“Striking Out” with Miles, Inspired by Darrow, and Advice from Spock
By Pete Eikenberry
Sue and I married young at 21 and 24 and our first child David was conceived in that wonderful first year of our marriage. The wedding in Ridgefield, Connecticut, on August 30, 1958 was on my father’s 55th birthday. It was small with just family, a few of Sue’s family’s friends from Ridgefield and my high school classmate Bill Willis as best man. We honeymooned for a weekend at Old Mystic and ate our first meal at the Red Barn. Afterwards, we flew from New York to Columbus to take jobs with me gawking out the window (one of my first airplane flights.) We started work the day after Labor Day, with Sue working at an experimental home for disturbed children, and I teaching a class of 12 teenage boys with IQs under 50. I loved those boys and remember their names and the experiences with each.
We lived in an efficiency apartment with a Murphy bed in the living room and a tiny dining space and kitchen. Sue’s grandmother “Momo” gave us a card table, two lawn chairs, and two “candy store” chairs, with a green wooden box our only furniture aside from the bed. I built bookshelves and we subscribed to the Saturday Review of Literature, the Reporter and the Atlantic Monthly or Harpers. The apartment building on Neil Avenue in Columbus had eight identical apartments – four on top of four; the outer four were occupied by four different spinster ladies and the middle four by recent graduates from OSU. My fraternity brother, Chuck, and his wife Mary Ellen (“M.E.”) Angeletti were our next door neighbors on the top floor. Chuck was a jazz trumpet player. Their wedding had preceded ours by one week and the reception was held at the Club Gloria – a large nightclub where Chuck played five hours a night as a part of the OSU jazz band.
Once or twice a month, there was some great band or group in Columbus and we always went with Chuck and M.E. We saw Duke Ellington, Count Basie, the Miles Davis Quintet, and Billy Eckstein and Sarah Vaughan, necking in front of one of the bands as they sang. I talked to Cannonball Adderley on a smoke break asking if Miles’ group would play at our school, and he gave me a matchbook with Miles’ rooming house telephone number. I called him and made my pitch but after hesitating, he said, “Nahhh … I don’t think they’d dig it.”
Sue and I particularly got a kick out of jazz singer Nancy Wilson singing her signature song, “Guess Who I Saw Today,” about an unfaithful lover, while Nancy looked to be eight months pregnant. An artist, Georgie Rapkin, also lived in the apartment house. She painted a full length portrait of Sue in a yellow rain slicker that Georgie entitled the “Maverick.” About seven or eight years ago I got Georgie’s contact information from Chuck to try to buy the painting but Georgie did not remember Sue, me, or the painting.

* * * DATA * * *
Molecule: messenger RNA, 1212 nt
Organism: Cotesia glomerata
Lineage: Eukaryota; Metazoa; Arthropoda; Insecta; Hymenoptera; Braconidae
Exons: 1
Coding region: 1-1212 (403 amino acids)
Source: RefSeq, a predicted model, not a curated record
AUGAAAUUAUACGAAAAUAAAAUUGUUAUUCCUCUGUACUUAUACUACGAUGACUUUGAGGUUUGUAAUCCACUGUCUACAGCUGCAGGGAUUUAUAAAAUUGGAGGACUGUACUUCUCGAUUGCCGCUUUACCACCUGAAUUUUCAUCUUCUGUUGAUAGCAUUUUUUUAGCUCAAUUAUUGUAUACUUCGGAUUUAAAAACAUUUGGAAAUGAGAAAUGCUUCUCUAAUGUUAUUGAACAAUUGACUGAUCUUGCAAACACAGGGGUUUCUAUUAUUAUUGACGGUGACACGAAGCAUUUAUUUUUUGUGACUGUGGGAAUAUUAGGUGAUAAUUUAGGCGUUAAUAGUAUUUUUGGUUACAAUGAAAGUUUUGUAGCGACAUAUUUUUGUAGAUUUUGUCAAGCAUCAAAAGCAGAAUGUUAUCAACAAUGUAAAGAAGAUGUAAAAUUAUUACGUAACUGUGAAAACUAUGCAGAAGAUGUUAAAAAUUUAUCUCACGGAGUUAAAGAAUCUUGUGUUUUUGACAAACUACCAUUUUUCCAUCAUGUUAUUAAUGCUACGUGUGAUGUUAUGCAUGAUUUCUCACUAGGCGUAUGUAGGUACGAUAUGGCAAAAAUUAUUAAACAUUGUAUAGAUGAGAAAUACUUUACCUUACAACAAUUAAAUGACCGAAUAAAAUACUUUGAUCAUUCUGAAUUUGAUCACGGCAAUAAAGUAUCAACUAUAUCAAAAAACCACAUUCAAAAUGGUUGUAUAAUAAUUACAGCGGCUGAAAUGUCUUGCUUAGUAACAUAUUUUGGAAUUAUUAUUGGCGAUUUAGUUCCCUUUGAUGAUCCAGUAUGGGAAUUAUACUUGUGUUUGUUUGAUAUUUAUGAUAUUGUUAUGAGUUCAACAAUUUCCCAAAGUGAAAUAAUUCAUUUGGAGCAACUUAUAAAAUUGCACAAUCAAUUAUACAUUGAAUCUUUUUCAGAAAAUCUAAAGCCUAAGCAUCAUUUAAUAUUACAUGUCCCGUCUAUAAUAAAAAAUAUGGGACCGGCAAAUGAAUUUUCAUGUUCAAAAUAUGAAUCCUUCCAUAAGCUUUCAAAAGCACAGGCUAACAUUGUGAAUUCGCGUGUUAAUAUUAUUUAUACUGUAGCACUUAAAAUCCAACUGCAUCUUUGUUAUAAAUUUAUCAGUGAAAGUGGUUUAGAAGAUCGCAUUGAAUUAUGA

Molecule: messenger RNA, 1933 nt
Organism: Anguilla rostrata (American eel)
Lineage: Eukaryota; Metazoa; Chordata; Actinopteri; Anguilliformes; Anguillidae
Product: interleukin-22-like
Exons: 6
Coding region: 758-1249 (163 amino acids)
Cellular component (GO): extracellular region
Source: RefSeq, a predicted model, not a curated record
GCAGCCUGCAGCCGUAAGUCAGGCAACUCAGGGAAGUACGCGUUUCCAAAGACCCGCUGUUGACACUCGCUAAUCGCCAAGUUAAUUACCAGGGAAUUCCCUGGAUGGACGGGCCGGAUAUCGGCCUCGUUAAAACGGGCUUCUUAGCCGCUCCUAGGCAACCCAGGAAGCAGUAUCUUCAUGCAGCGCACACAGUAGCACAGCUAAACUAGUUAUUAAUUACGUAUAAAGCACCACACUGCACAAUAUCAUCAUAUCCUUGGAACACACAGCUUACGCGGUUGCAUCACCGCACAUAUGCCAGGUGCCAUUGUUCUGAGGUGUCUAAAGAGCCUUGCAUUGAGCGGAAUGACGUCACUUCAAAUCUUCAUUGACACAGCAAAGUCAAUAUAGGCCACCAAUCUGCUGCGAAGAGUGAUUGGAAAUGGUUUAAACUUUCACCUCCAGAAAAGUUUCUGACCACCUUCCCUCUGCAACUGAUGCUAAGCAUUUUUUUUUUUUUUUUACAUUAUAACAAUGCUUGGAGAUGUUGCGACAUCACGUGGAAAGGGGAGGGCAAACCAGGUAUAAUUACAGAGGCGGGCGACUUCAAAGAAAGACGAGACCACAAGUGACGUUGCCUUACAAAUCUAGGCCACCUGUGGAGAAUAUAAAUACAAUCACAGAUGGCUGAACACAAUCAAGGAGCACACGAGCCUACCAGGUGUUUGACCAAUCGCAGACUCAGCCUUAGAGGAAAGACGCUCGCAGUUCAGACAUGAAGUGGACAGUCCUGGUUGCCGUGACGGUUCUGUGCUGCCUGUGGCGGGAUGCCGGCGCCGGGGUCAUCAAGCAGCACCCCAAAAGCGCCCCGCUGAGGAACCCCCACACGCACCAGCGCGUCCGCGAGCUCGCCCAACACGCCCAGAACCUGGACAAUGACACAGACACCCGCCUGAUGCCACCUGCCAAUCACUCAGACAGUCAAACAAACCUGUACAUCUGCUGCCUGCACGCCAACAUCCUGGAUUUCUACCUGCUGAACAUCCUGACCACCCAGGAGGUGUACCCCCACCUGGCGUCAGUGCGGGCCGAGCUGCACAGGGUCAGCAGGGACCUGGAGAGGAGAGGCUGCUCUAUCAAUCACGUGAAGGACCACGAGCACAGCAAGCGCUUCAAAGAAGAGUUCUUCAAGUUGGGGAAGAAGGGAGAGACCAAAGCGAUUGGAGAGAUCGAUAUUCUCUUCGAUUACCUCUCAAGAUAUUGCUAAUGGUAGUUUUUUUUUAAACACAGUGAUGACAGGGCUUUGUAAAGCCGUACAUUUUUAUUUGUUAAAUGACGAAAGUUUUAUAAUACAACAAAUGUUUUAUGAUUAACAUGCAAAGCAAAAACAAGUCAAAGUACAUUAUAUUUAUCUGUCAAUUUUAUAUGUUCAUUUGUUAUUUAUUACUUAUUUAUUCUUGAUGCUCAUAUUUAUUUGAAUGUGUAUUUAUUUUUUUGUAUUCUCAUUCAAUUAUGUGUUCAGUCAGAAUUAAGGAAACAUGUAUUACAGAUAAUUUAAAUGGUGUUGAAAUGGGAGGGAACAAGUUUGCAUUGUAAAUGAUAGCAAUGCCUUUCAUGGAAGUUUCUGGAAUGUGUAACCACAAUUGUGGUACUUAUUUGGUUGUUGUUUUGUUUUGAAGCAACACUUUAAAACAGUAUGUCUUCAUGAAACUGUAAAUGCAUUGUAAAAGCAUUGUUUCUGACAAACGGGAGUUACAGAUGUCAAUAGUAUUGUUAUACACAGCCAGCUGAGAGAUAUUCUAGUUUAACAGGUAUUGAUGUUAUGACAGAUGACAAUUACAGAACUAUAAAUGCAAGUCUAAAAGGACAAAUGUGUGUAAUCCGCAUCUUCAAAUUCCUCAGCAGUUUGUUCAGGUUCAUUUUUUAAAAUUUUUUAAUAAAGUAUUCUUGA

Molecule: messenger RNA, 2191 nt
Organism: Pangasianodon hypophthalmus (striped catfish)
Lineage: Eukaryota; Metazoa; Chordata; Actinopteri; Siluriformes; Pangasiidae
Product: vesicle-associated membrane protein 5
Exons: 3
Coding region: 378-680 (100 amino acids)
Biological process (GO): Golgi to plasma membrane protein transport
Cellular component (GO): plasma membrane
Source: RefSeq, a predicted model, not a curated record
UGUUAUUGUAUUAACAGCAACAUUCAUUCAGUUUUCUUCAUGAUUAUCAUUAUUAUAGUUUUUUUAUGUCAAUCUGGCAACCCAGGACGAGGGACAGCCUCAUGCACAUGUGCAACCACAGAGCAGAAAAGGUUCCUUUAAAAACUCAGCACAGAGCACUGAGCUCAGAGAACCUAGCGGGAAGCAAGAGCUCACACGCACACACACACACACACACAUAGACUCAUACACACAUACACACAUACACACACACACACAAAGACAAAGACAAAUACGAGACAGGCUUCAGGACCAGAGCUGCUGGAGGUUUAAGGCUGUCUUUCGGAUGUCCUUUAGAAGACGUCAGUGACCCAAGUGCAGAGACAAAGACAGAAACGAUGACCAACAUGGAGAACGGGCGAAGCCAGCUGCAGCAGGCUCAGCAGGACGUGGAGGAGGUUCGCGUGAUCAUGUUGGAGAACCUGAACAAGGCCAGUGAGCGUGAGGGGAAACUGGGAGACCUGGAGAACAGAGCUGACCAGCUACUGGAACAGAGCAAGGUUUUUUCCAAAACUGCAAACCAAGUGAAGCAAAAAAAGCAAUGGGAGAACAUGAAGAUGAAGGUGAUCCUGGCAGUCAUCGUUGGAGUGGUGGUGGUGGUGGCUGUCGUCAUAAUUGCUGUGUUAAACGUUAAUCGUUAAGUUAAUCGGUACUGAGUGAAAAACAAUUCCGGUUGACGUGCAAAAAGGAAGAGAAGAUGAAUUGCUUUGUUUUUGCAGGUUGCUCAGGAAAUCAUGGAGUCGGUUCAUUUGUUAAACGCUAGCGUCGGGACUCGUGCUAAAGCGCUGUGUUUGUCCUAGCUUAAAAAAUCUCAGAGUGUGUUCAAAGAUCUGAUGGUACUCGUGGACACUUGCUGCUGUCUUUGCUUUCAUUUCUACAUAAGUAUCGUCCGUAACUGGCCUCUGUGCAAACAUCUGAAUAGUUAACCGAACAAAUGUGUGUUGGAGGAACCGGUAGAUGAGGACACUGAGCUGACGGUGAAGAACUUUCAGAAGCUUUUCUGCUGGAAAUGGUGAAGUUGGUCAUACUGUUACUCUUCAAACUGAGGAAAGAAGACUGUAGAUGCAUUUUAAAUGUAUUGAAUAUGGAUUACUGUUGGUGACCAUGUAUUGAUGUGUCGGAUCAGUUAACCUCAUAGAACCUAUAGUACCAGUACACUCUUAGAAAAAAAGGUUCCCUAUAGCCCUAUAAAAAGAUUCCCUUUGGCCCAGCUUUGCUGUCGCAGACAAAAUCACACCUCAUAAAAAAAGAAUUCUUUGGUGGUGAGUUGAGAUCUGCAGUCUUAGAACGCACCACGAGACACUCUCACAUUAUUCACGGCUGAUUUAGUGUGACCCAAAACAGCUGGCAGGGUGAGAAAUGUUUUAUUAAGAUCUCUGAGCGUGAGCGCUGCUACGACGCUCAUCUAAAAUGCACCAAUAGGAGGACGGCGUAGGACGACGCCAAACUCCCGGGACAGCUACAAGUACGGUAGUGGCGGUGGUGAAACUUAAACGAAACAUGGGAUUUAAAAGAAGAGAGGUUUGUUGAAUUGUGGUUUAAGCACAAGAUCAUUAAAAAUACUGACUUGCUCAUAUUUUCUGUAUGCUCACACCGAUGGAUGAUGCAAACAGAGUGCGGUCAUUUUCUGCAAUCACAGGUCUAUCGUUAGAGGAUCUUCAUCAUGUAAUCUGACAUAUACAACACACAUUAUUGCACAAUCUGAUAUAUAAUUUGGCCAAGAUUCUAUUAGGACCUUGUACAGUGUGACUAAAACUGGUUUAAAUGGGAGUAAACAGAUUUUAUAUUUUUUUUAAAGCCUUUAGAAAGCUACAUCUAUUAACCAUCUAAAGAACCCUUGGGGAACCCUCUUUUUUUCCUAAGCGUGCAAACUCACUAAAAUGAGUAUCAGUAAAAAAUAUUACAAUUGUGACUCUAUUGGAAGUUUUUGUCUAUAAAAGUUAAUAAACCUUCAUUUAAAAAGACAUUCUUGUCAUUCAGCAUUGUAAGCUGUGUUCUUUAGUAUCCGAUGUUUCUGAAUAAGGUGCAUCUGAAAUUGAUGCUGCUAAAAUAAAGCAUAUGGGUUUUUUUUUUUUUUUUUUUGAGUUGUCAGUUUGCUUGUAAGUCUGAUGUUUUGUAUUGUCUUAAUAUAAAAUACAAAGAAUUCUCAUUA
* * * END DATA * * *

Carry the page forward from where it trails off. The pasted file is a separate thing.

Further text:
On Labor Day weekend in 1959, we left Columbus after one year for Canton, Ohio, where I had been hired into a training program at Republic Steel. We lived on the 3,000 block of West Tuscarawas, a major street where Canton guys usually “burned rubber” at the traffic light in front of our apartment house. We painted the apartment and awaited our first child’s arrival and were pretty lonely. We joined the Great Books Club at the library, where the Democratic leader of Stark County, Robert Griffin, gave a talk on Clarence Darrow. I told him that I had just read a bio of Darrow and said that I had always wanted to go to law school. He said, “Why don’t you?” At that moment, I decided to go. (It is pretty remarkable that just four years later, after Labor Day 1963, I was hired by White & Case to start in January 1964.)
Mid-January we traveled to Columbus for David to be born, but he failed to cooperate and we returned to Canton after the weekend. I remember overhearing one of the interns remark, “Are we going to pop Eikenberry tonight?” but they did not. We went out for dinner after and returned to Canton without me paying the bill. We returned next weekend and Sue was properly “popped.” (I then paid the restaurant tab.) I had a long wait in the hospital dining room. The doctors brought David out for me to see within seconds after his birth with blood smudges over much of his body, but he looked healthy and happy.
Because of a doctor’s advice, we were not feeding him enough and he cried every night around dinner until the doctor gave us some purple pills and we at last could enjoy our meal. Then we bought Dr. Spock, the bible for babies in those days, and it turns out that we were just starving him. Once we fed him more, he was a lot happier at dinnertime. After about a year, the steel industry had overstocked in anticipation of a strike but the government used the Taft-Hartley law to enjoin it. With no strike and an oversupply, the steel business “went to hell” and I was laid off.
Back to Columbus we went. I taught school again and got my grades up at night to get into law school. One year later, after Labor Day, I started law school. Sue and I left David with Momo every day, and Sue looked very good driving off to work in our sporty little black Saab to be visiting teacher at the school for developmentally disabled children where I had taught. We lived again on Neil Avenue in a duplex apartment across from a gas station. It was hard to put David into shorts because he contended that the guys at the gas station did not wear shorts. He could eat three hotdogs. When we gave him watermelon, we took off all of his clothing and he just ate watermelon naked until his belly looked to break. (David and Momo bonded strongly and it broke my heart to leave her behind in Columbus.) All my buddies in law school knew David well, and when I played basketball with them, he cried – apparently in fear that I would be hurt. After two years of law school, Douglas was born and David’s tour of only childhood ended.